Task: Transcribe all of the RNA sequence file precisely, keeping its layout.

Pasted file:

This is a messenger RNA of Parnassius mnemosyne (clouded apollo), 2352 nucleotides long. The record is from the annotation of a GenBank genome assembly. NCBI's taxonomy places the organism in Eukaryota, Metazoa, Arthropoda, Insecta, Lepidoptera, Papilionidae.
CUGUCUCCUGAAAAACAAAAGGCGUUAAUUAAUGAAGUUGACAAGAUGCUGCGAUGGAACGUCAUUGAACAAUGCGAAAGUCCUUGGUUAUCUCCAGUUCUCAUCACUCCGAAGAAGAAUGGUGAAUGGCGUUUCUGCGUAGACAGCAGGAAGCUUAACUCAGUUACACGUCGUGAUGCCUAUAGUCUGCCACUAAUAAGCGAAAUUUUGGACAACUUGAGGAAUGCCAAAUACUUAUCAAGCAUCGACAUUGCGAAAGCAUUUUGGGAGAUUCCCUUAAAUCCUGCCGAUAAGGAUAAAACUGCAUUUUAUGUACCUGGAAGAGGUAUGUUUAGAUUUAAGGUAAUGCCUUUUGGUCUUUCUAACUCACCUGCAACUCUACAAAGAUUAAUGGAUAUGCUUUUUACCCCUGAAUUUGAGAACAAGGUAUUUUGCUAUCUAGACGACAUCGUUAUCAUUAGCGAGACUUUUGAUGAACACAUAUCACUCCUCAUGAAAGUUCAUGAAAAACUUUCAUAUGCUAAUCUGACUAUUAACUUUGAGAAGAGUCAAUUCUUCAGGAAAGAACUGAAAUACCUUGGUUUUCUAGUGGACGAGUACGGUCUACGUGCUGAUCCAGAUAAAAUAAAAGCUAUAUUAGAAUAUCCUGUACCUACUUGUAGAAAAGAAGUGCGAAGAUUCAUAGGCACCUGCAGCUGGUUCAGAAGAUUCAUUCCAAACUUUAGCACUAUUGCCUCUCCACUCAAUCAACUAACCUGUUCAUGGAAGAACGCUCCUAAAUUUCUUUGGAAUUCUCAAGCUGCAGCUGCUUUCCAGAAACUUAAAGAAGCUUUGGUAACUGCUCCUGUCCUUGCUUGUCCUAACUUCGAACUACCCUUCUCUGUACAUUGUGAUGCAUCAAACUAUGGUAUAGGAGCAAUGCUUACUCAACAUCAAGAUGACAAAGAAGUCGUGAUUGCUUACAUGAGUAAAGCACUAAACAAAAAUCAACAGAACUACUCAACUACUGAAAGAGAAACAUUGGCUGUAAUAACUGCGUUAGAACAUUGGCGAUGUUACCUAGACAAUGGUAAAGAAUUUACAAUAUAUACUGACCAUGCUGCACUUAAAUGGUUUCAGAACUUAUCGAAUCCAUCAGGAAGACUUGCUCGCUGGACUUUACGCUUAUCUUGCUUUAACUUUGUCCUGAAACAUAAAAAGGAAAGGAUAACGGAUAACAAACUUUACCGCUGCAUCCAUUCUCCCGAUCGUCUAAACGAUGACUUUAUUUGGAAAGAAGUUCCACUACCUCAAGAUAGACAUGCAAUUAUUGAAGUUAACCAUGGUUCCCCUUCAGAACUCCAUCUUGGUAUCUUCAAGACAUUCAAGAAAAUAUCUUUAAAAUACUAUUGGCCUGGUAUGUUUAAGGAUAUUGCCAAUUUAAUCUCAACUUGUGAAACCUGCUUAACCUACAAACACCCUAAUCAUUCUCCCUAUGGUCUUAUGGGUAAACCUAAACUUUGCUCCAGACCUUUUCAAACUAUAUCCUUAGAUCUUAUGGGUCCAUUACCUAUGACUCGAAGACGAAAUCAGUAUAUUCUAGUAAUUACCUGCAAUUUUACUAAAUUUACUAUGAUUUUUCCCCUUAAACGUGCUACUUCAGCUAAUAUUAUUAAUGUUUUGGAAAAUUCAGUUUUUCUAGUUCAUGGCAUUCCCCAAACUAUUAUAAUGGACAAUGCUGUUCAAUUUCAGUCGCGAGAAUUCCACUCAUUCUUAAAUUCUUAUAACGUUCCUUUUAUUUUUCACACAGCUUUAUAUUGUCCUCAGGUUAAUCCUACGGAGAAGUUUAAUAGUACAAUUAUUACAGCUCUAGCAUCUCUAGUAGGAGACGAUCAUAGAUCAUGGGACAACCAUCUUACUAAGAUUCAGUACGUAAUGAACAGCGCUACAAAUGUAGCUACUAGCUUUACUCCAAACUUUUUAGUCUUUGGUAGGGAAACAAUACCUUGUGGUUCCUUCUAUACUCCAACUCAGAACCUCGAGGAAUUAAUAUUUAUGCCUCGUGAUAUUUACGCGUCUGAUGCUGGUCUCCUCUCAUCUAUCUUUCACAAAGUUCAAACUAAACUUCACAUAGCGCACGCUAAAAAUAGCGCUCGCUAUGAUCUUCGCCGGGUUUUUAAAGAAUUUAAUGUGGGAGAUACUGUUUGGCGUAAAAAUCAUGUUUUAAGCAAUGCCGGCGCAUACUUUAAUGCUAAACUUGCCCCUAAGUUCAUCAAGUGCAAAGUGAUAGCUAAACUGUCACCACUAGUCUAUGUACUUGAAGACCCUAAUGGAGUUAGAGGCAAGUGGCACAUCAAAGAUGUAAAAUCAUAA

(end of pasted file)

This is a messenger RNA of Parnassius mnemosyne (clouded apollo), 2352 nucleotides long. The record is from the annotation of a GenBank genome assembly. NCBI's taxonomy places the organism in Eukaryota, Metazoa, Arthropoda, Insecta, Lepidoptera, Papilionidae.
CUGUCUCCUGAAAAACAAAAGGCGUUAAUUAAUGAAGUUGACAAGAUGCUGCGAUGGAACGUCAUUGAACAAUGCGAAAGUCCUUGGUUAUCUCCAGUUCUCAUCACUCCGAAGAAGAAUGGUGAAUGGCGUUUCUGCGUAGACAGCAGGAAGCUUAACUCAGUUACACGUCGUGAUGCCUAUAGUCUGCCACUAAUAAGCGAAAUUUUGGACAACUUGAGGAAUGCCAAAUACUUAUCAAGCAUCGACAUUGCGAAAGCAUUUUGGGAGAUUCCCUUAAAUCCUGCCGAUAAGGAUAAAACUGCAUUUUAUGUACCUGGAAGAGGUAUGUUUAGAUUUAAGGUAAUGCCUUUUGGUCUUUCUAACUCACCUGCAACUCUACAAAGAUUAAUGGAUAUGCUUUUUACCCCUGAAUUUGAGAACAAGGUAUUUUGCUAUCUAGACGACAUCGUUAUCAUUAGCGAGACUUUUGAUGAACACAUAUCACUCCUCAUGAAAGUUCAUGAAAAACUUUCAUAUGCUAAUCUGACUAUUAACUUUGAGAAGAGUCAAUUCUUCAGGAAAGAACUGAAAUACCUUGGUUUUCUAGUGGACGAGUACGGUCUACGUGCUGAUCCAGAUAAAAUAAAAGCUAUAUUAGAAUAUCCUGUACCUACUUGUAGAAAAGAAGUGCGAAGAUUCAUAGGCACCUGCAGCUGGUUCAGAAGAUUCAUUCCAAACUUUAGCACUAUUGCCUCUCCACUCAAUCAACUAACCUGUUCAUGGAAGAACGCUCCUAAAUUUCUUUGGAAUUCUCAAGCUGCAGCUGCUUUCCAGAAACUUAAAGAAGCUUUGGUAACUGCUCCUGUCCUUGCUUGUCCUAACUUCGAACUACCCUUCUCUGUACAUUGUGAUGCAUCAAACUAUGGUAUAGGAGCAAUGCUUACUCAACAUCAAGAUGACAAAGAAGUCGUGAUUGCUUACAUGAGUAAAGCACUAAACAAAAAUCAACAGAACUACUCAACUACUGAAAGAGAAACAUUGGCUGUAAUAACUGCGUUAGAACAUUGGCGAUGUUACCUAGACAAUGGUAAAGAAUUUACAAUAUAUACUGACCAUGCUGCACUUAAAUGGUUUCAGAACUUAUCGAAUCCAUCAGGAAGACUUGCUCGCUGGACUUUACGCUUAUCUUGCUUUAACUUUGUCCUGAAACAUAAAAAGGAAAGGAUAACGGAUAACAAACUUUACCGCUGCAUCCAUUCUCCCGAUCGUCUAAACGAUGACUUUAUUUGGAAAGAAGUUCCACUACCUCAAGAUAGACAUGCAAUUAUUGAAGUUAACCAUGGUUCCCCUUCAGAACUCCAUCUUGGUAUCUUCAAGACAUUCAAGAAAAUAUCUUUAAAAUACUAUUGGCCUGGUAUGUUUAAGGAUAUUGCCAAUUUAAUCUCAACUUGUGAAACCUGCUUAACCUACAAACACCCUAAUCAUUCUCCCUAUGGUCUUAUGGGUAAACCUAAACUUUGCUCCAGACCUUUUCAAACUAUAUCCUUAGAUCUUAUGGGUCCAUUACCUAUGACUCGAAGACGAAAUCAGUAUAUUCUAGUAAUUACCUGCAAUUUUACUAAAUUUACUAUGAUUUUUCCCCUUAAACGUGCUACUUCAGCUAAUAUUAUUAAUGUUUUGGAAAAUUCAGUUUUUCUAGUUCAUGGCAUUCCCCAAACUAUUAUAAUGGACAAUGCUGUUCAAUUUCAGUCGCGAGAAUUCCACUCAUUCUUAAAUUCUUAUAACGUUCCUUUUAUUUUUCACACAGCUUUAUAUUGUCCUCAGGUUAAUCCUACGGAGAAGUUUAAUAGUACAAUUAUUACAGCUCUAGCAUCUCUAGUAGGAGACGAUCAUAGAUCAUGGGACAACCAUCUUACUAAGAUUCAGUACGUAAUGAACAGCGCUACAAAUGUAGCUACUAGCUUUACUCCAAACUUUUUAGUCUUUGGUAGGGAAACAAUACCUUGUGGUUCCUUCUAUACUCCAACUCAGAACCUCGAGGAAUUAAUAUUUAUGCCUCGUGAUAUUUACGCGUCUGAUGCUGGUCUCCUCUCAUCUAUCUUUCACAAAGUUCAAACUAAACUUCACAUAGCGCACGCUAAAAAUAGCGCUCGCUAUGAUCUUCGCCGGGUUUUUAAAGAAUUUAAUGUGGGAGAUACUGUUUGGCGUAAAAAUCAUGUUUUAAGCAAUGCCGGCGCAUACUUUAAUGCUAAACUUGCCCCUAAGUUCAUCAAGUGCAAAGUGAUAGCUAAACUGUCACCACUAGUCUAUGUACUUGAAGACCCUAAUGGAGUUAGAGGCAAGUGGCACAUCAAAGAUGUAAAAUCAUAA